I read this series when it first came out and loved it while almost everybody else was hung up on Harry Potter. For some reason, I could never get into J K Rowling's writing (there was something about her storytelling voice that put me off), but I was drawn in to this series almost immediately, and it left a huge impression.
This book stands the test of time, even though hasn't been that long ago since it was written—a little more than a decade. Both the writing and story translate very well to audiobook format because the story is written in a style that mimics the oral traditions of fairy tale—original fairy tales where actions have consequences, not those sickly sweet Disney versions.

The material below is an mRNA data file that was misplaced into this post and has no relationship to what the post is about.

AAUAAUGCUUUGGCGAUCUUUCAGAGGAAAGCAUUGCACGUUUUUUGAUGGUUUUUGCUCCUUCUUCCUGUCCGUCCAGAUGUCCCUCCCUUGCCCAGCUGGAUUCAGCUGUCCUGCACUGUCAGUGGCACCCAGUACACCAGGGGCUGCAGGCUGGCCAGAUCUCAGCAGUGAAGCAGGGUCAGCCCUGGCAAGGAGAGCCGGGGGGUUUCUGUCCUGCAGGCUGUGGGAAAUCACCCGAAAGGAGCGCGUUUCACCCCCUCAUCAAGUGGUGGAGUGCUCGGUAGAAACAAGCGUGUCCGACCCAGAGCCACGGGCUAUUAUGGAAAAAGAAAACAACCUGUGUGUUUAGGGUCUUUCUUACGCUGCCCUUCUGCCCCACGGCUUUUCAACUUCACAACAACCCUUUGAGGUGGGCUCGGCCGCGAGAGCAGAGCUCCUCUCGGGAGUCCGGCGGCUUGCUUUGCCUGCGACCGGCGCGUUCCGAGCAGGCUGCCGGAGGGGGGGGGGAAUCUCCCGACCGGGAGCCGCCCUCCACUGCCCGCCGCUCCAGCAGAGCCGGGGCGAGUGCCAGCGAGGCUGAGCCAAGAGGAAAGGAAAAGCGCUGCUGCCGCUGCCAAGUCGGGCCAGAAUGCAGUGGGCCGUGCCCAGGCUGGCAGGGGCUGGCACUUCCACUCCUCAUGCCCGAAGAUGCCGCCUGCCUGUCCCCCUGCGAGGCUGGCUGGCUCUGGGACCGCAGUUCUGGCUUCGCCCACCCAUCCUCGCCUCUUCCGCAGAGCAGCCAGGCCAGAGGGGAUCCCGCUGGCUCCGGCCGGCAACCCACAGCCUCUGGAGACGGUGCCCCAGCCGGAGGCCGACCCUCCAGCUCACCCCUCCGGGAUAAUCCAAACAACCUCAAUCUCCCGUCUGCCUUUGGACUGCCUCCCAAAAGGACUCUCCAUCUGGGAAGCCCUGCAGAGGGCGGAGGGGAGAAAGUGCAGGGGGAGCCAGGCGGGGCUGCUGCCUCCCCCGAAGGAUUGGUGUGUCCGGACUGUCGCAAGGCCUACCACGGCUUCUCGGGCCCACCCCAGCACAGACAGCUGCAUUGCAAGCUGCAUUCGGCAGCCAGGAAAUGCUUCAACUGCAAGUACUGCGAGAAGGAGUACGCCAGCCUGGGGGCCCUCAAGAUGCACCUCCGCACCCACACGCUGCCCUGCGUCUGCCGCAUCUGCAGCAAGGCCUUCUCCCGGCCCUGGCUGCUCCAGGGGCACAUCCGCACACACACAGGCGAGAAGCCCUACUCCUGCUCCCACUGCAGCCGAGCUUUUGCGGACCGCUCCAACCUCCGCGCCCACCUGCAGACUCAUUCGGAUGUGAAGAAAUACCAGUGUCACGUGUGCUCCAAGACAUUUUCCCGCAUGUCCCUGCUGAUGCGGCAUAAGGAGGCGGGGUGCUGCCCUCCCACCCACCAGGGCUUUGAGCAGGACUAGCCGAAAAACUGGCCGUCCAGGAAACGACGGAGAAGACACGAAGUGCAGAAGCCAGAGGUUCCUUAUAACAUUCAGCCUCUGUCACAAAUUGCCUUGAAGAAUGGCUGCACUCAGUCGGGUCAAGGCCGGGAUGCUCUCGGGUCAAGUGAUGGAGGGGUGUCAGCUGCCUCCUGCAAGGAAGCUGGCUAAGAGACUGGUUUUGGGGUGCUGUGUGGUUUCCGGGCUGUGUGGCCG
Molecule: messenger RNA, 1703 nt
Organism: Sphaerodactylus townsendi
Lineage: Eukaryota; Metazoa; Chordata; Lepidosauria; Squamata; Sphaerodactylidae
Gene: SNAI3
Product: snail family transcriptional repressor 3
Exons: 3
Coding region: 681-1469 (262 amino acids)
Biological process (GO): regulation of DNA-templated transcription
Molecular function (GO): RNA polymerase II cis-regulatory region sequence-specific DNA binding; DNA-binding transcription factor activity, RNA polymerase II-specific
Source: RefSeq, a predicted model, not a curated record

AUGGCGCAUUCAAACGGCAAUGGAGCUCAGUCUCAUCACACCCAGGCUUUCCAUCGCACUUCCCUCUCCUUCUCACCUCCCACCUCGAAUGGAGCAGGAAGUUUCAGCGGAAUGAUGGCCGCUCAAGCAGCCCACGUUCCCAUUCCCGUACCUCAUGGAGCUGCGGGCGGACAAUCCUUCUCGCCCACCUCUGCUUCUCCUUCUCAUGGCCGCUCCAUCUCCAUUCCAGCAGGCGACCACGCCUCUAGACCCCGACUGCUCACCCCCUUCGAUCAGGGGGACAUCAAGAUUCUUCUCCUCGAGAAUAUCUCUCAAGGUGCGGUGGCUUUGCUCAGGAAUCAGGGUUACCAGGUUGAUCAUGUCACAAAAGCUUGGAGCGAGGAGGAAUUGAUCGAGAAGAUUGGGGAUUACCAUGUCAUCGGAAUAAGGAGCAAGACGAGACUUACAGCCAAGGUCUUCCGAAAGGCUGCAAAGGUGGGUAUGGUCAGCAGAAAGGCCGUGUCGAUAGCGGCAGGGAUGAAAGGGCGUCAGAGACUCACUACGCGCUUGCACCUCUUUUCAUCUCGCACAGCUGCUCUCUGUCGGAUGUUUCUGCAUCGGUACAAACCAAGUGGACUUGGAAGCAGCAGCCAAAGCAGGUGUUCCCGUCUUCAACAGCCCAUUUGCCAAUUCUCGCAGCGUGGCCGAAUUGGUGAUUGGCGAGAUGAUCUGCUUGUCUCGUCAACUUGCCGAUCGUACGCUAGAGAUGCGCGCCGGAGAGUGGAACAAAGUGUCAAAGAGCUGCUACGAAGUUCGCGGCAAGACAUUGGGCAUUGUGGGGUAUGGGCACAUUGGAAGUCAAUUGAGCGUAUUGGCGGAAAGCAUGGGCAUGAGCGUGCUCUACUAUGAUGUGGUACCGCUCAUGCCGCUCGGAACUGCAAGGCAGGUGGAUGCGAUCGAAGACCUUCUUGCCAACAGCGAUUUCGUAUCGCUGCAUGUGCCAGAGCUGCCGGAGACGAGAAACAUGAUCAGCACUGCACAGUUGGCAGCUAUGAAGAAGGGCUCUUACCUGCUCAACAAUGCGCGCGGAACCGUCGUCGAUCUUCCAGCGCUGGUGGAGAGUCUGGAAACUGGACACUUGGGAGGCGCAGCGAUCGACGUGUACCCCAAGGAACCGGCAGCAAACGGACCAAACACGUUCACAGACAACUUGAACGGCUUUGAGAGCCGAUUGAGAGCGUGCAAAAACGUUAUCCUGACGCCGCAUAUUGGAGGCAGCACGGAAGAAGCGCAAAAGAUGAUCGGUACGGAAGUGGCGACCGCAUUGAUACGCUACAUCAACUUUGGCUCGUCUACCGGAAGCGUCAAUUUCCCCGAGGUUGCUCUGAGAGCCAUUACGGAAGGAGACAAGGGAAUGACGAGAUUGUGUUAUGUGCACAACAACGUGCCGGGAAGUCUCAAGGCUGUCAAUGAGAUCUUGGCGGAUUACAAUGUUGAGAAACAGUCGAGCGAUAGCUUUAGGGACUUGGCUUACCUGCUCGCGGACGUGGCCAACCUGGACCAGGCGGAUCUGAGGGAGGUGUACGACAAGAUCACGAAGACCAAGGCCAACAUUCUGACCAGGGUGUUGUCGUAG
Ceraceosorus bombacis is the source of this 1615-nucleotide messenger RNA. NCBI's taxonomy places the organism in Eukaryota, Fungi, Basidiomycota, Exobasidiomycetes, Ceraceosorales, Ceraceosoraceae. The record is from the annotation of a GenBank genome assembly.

One of my favorite things about the narration back then was how it always opened a chapter with an anecdote that led into the story and how it stopped occasionally to define an unfamiliar term or explain a particularly complex grown-up problem, like how grief and loss affect everyone differently and how some people never recover from such an experience. I don't fine these short interruptions as fascinating as I used to, mostly because I'm older now and have lived through these experiences, but I still think the interruptions are a necessary part of the story.
Plus, Tim Curry as narrator. Can't pass that up.